We elaborate the old english shepherd dog breed with old english shepherd temperament, training, appearance, weight, average life time and much more information about this breed.
Other names: OES, Bob-tail, Bob, Dulux Dog
Old English Shepherd Appearance
Old English Sheepdogs are very distinctive for their long, thick coat that covers their well-balanced, muscular body. Their fur is very hard and resistant to water. Colors can be any shade of gray, greyish, blue with or without white spots. His dark or blue eyes appear to be completely covered, but his vision never deteriorates. From behind, their walk resembles that of a bear and, when they trot, they show an impressive spectacle where they do not seem to strain their hindquarters.
Old English Shepherd Weight
Male: 80 to 100 pounds
Female: 60 to 85 pounds
Old English Shepherd Size
Males stand: 22 inches tall
Females stand: 21 inches tall
Average Life Time
Old English Shepherd Temperament
They are cheerful and outgoing, friendly, loyal, and excellent family companions as they adore children. They have a lovely nature, however they can be excitable and harsh when playing, therefore care must be taken when children are involved. This large breed has a lot of energy and is best suited to an active family with a large home that has a garden. They get along well with other animals.
Old English Shepherd Training
Teaching him the basic training commands from a young age is essential for a large breed like this. They are very intelligent and learn fast. Because of their obedience they can be excellent dogs for competitions.
Old English Shepherd Cleanliness
Your care needs are high. Grooming him every week is important to keep his coat in good condition. At 8 or 9 months of age, tangles begin to form if not brushed, this can cause serious skin problems that will make the dog uncomfortable. The hair tends to get tangled when going from puppy to adult. Once it has become an adult it needs regular brushing to keep the coat tangle free.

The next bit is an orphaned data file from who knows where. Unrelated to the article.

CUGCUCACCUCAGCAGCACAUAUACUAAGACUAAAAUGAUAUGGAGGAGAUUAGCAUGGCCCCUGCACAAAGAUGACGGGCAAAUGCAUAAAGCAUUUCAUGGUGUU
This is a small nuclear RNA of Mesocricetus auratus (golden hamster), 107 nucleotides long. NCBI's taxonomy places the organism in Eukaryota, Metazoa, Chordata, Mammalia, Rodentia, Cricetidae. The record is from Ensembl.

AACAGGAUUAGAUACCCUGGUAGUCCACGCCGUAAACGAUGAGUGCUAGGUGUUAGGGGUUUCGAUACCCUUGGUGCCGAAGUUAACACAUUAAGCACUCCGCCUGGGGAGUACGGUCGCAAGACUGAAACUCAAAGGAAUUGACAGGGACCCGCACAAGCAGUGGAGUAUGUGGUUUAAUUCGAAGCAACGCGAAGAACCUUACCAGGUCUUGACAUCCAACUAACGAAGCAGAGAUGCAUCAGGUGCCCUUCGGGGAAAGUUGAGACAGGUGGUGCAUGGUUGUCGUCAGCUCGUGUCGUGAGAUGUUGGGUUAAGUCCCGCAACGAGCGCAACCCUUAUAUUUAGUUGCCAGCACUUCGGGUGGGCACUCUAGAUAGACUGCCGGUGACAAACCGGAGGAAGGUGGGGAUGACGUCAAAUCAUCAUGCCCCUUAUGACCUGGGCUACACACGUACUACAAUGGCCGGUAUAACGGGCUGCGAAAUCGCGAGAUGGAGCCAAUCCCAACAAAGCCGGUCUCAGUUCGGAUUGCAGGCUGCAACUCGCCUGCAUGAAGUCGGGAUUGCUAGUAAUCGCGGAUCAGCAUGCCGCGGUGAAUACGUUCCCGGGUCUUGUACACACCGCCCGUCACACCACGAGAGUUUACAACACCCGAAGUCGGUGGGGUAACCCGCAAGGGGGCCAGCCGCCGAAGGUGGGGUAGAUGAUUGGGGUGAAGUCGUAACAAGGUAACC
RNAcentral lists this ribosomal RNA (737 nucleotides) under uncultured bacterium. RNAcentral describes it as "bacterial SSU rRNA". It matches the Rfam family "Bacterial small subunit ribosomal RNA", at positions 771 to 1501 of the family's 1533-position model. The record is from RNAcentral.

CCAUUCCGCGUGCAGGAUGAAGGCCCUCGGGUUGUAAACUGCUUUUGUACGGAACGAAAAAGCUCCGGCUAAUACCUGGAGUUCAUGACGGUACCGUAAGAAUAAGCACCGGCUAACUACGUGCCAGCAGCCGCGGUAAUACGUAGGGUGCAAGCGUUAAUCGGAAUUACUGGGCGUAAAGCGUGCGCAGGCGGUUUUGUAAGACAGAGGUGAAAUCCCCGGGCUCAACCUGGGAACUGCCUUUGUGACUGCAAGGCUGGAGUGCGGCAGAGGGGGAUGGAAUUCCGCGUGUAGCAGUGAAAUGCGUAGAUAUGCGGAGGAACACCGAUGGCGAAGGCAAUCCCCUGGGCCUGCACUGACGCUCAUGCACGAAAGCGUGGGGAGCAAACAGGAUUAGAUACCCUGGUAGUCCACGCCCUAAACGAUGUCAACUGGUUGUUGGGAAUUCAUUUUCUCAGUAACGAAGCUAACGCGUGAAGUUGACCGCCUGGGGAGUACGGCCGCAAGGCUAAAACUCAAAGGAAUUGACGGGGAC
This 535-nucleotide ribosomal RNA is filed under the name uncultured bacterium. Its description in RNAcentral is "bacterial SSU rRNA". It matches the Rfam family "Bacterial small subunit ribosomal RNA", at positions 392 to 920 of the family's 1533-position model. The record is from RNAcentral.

Due to its pastoral origins it must be exercised regularly. Between 1-2 hours of daily exercise should be enough, it is important that you do not exercise in hot climates as its coat makes it feel the heat more quickly than other breeds.
Hip Malformation or Dysplasia: Results in a poor fit between the head of the femur bone and the acetabulum of the hip. This condition can be alleviated by surgery, although with consequences for dogs and owners since dogs with dysplasia usually produce puppies with the same condition. Buyers should ask if both the parent of the puppy they are interested in has been recently tested and is free of hip dysplasia. Don’t take yes for an answer without seeing a certificate and ask for a copy to take to the vet.
Causes a loss of the normal transparency of the lens of the eye. This problem can occur in one or both eyes and can lead to blindness.
Prone to deafness in old age
Instability of the Cervical Vertebra (CVI or Wobbler syndrome)
Affects dogs (usually in middle age), they suffer from compression of the spinal cord caused by instability of the cervical vertebra or by a malformation of a canal spinal. The extreme symptoms are paralysis of the extremities (front, rear or all four). Neck pain with extension and flexion may or may not be present. Surgical treatment is highly debated and very expensive with questionable success. In some cases treated surgically, clinical recurrence has been identified.
Old English shepherd Dog History
The origin of the Old English Sheepdog is still a matter of great interest to Bobtail fans and is open to new theories and discoveries, however there are hints of evidence that place its origin in the 19th century centered on the south west counties of England . Some argue that the Scottish Bearded Collie played an important role in the creation of the Old English Sheepdog, others place the Russian Owtchar as one of its progenitors. Writings of the time refer to a “herding dog””, which was used mainly to drive sheep and cattle to market. It is speculated that these dogs were exempt from tax due to their working status. Although this dog has been used more than for driving rather than herding, the lack of a tail to serve as a rudder, so to speak,